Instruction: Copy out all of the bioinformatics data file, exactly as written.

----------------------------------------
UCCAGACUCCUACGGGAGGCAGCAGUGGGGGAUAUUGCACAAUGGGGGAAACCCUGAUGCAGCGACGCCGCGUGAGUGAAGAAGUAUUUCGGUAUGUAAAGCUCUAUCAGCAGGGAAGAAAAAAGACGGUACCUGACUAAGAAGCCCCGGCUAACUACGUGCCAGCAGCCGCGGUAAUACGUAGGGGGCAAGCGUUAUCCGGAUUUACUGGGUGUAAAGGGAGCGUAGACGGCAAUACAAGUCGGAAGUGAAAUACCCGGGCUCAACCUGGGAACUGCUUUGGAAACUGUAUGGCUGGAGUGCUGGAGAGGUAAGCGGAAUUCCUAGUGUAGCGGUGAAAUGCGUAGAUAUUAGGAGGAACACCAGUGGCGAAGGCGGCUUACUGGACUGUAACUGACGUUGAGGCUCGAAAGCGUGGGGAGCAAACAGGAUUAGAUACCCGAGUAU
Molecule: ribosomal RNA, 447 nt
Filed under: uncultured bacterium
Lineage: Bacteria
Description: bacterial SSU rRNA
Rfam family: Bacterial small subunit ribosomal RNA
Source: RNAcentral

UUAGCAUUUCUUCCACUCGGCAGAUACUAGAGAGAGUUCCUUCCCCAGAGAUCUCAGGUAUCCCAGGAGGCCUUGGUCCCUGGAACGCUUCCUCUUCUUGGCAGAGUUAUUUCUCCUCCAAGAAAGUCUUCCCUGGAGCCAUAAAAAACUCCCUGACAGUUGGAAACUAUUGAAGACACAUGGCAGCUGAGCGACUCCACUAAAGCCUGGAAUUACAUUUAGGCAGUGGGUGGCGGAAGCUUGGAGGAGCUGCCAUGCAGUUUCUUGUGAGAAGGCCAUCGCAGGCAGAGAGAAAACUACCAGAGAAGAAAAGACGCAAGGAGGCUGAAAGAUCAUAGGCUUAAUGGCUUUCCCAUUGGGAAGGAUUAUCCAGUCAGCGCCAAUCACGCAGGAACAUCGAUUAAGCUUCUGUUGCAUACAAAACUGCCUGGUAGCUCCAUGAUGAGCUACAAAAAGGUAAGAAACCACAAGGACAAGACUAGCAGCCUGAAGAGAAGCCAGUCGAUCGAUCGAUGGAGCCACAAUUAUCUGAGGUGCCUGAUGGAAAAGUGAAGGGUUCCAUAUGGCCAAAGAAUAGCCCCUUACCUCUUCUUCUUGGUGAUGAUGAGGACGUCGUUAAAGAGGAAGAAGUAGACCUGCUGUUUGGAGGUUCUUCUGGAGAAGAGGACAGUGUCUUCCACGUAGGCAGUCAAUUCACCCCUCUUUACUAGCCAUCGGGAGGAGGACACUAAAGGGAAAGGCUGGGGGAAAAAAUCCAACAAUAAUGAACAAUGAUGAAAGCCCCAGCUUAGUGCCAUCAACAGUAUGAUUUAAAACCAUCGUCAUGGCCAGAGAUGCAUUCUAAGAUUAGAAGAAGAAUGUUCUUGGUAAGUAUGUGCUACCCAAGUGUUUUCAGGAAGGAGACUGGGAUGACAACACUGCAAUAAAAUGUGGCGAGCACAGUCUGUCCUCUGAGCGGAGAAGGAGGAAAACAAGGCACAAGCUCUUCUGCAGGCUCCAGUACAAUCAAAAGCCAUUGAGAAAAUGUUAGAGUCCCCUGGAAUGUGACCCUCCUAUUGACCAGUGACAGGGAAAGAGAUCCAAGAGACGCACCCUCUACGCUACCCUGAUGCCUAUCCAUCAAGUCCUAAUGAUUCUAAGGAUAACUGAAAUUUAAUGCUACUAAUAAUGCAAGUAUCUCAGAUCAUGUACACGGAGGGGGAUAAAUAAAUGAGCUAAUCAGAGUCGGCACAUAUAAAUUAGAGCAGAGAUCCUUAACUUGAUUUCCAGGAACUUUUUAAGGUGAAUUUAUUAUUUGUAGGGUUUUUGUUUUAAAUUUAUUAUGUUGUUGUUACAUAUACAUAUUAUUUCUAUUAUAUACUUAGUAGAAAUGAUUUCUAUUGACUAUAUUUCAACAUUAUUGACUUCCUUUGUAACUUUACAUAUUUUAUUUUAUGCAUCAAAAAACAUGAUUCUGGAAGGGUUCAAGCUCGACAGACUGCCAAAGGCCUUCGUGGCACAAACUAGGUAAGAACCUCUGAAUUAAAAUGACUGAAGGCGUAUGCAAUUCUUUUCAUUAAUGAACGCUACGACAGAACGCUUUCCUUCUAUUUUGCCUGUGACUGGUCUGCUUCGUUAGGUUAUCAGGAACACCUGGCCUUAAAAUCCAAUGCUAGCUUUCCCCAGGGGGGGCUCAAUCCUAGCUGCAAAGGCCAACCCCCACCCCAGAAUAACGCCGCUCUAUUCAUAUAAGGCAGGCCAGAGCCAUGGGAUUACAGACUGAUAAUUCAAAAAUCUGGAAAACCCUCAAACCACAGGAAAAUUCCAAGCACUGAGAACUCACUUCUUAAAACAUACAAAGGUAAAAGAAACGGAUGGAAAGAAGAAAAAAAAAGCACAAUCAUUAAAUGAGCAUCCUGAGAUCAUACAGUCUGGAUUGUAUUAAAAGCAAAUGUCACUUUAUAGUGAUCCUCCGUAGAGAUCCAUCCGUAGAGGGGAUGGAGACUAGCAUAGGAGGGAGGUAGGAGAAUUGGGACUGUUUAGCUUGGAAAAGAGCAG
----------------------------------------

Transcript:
UCCAGACUCCUACGGGAGGCAGCAGUGGGGGAUAUUGCACAAUGGGGGAAACCCUGAUGCAGCGACGCCGCGUGAGUGAAGAAGUAUUUCGGUAUGUAAAGCUCUAUCAGCAGGGAAGAAAAAAGACGGUACCUGACUAAGAAGCCCCGGCUAACUACGUGCCAGCAGCCGCGGUAAUACGUAGGGGGCAAGCGUUAUCCGGAUUUACUGGGUGUAAAGGGAGCGUAGACGGCAAUACAAGUCGGAAGUGAAAUACCCGGGCUCAACCUGGGAACUGCUUUGGAAACUGUAUGGCUGGAGUGCUGGAGAGGUAAGCGGAAUUCCUAGUGUAGCGGUGAAAUGCGUAGAUAUUAGGAGGAACACCAGUGGCGAAGGCGGCUUACUGGACUGUAACUGACGUUGAGGCUCGAAAGCGUGGGGAGCAAACAGGAUUAGAUACCCGAGUAU
Molecule: ribosomal RNA, 447 nt
Filed under: uncultured bacterium
Lineage: Bacteria
Description: bacterial SSU rRNA
Rfam family: Bacterial small subunit ribosomal RNA
Source: RNAcentral

UUAGCAUUUCUUCCACUCGGCAGAUACUAGAGAGAGUUCCUUCCCCAGAGAUCUCAGGUAUCCCAGGAGGCCUUGGUCCCUGGAACGCUUCCUCUUCUUGGCAGAGUUAUUUCUCCUCCAAGAAAGUCUUCCCUGGAGCCAUAAAAAACUCCCUGACAGUUGGAAACUAUUGAAGACACAUGGCAGCUGAGCGACUCCACUAAAGCCUGGAAUUACAUUUAGGCAGUGGGUGGCGGAAGCUUGGAGGAGCUGCCAUGCAGUUUCUUGUGAGAAGGCCAUCGCAGGCAGAGAGAAAACUACCAGAGAAGAAAAGACGCAAGGAGGCUGAAAGAUCAUAGGCUUAAUGGCUUUCCCAUUGGGAAGGAUUAUCCAGUCAGCGCCAAUCACGCAGGAACAUCGAUUAAGCUUCUGUUGCAUACAAAACUGCCUGGUAGCUCCAUGAUGAGCUACAAAAAGGUAAGAAACCACAAGGACAAGACUAGCAGCCUGAAGAGAAGCCAGUCGAUCGAUCGAUGGAGCCACAAUUAUCUGAGGUGCCUGAUGGAAAAGUGAAGGGUUCCAUAUGGCCAAAGAAUAGCCCCUUACCUCUUCUUCUUGGUGAUGAUGAGGACGUCGUUAAAGAGGAAGAAGUAGACCUGCUGUUUGGAGGUUCUUCUGGAGAAGAGGACAGUGUCUUCCACGUAGGCAGUCAAUUCACCCCUCUUUACUAGCCAUCGGGAGGAGGACACUAAAGGGAAAGGCUGGGGGAAAAAAUCCAACAAUAAUGAACAAUGAUGAAAGCCCCAGCUUAGUGCCAUCAACAGUAUGAUUUAAAACCAUCGUCAUGGCCAGAGAUGCAUUCUAAGAUUAGAAGAAGAAUGUUCUUGGUAAGUAUGUGCUACCCAAGUGUUUUCAGGAAGGAGACUGGGAUGACAACACUGCAAUAAAAUGUGGCGAGCACAGUCUGUCCUCUGAGCGGAGAAGGAGGAAAACAAGGCACAAGCUCUUCUGCAGGCUCCAGUACAAUCAAAAGCCAUUGAGAAAAUGUUAGAGUCCCCUGGAAUGUGACCCUCCUAUUGACCAGUGACAGGGAAAGAGAUCCAAGAGACGCACCCUCUACGCUACCCUGAUGCCUAUCCAUCAAGUCCUAAUGAUUCUAAGGAUAACUGAAAUUUAAUGCUACUAAUAAUGCAAGUAUCUCAGAUCAUGUACACGGAGGGGGAUAAAUAAAUGAGCUAAUCAGAGUCGGCACAUAUAAAUUAGAGCAGAGAUCCUUAACUUGAUUUCCAGGAACUUUUUAAGGUGAAUUUAUUAUUUGUAGGGUUUUUGUUUUAAAUUUAUUAUGUUGUUGUUACAUAUACAUAUUAUUUCUAUUAUAUACUUAGUAGAAAUGAUUUCUAUUGACUAUAUUUCAACAUUAUUGACUUCCUUUGUAACUUUACAUAUUUUAUUUUAUGCAUCAAAAAACAUGAUUCUGGAAGGGUUCAAGCUCGACAGACUGCCAAAGGCCUUCGUGGCACAAACUAGGUAAGAACCUCUGAAUUAAAAUGACUGAAGGCGUAUGCAAUUCUUUUCAUUAAUGAACGCUACGACAGAACGCUUUCCUUCUAUUUUGCCUGUGACUGGUCUGCUUCGUUAGGUUAUCAGGAACACCUGGCCUUAAAAUCCAAUGCUAGCUUUCCCCAGGGGGGGCUCAAUCCUAGCUGCAAAGGCCAACCCCCACCCCAGAAUAACGCCGCUCUAUUCAUAUAAGGCAGGCCAGAGCCAUGGGAUUACAGACUGAUAAUUCAAAAAUCUGGAAAACCCUCAAACCACAGGAAAAUUCCAAGCACUGAGAACUCACUUCUUAAAACAUACAAAGGUAAAAGAAACGGAUGGAAAGAAGAAAAAAAAAGCACAAUCAUUAAAUGAGCAUCCUGAGAUCAUACAGUCUGGAUUGUAUUAAAAGCAAAUGUCACUUUAUAGUGAUCCUCCGUAGAGAUCCAUCCGUAGAGGGGAUGGAGACUAGCAUAGGAGGGAGGUAGGAGAAUUGGGACUGUUUAGCUUGGAAAAGAGCAG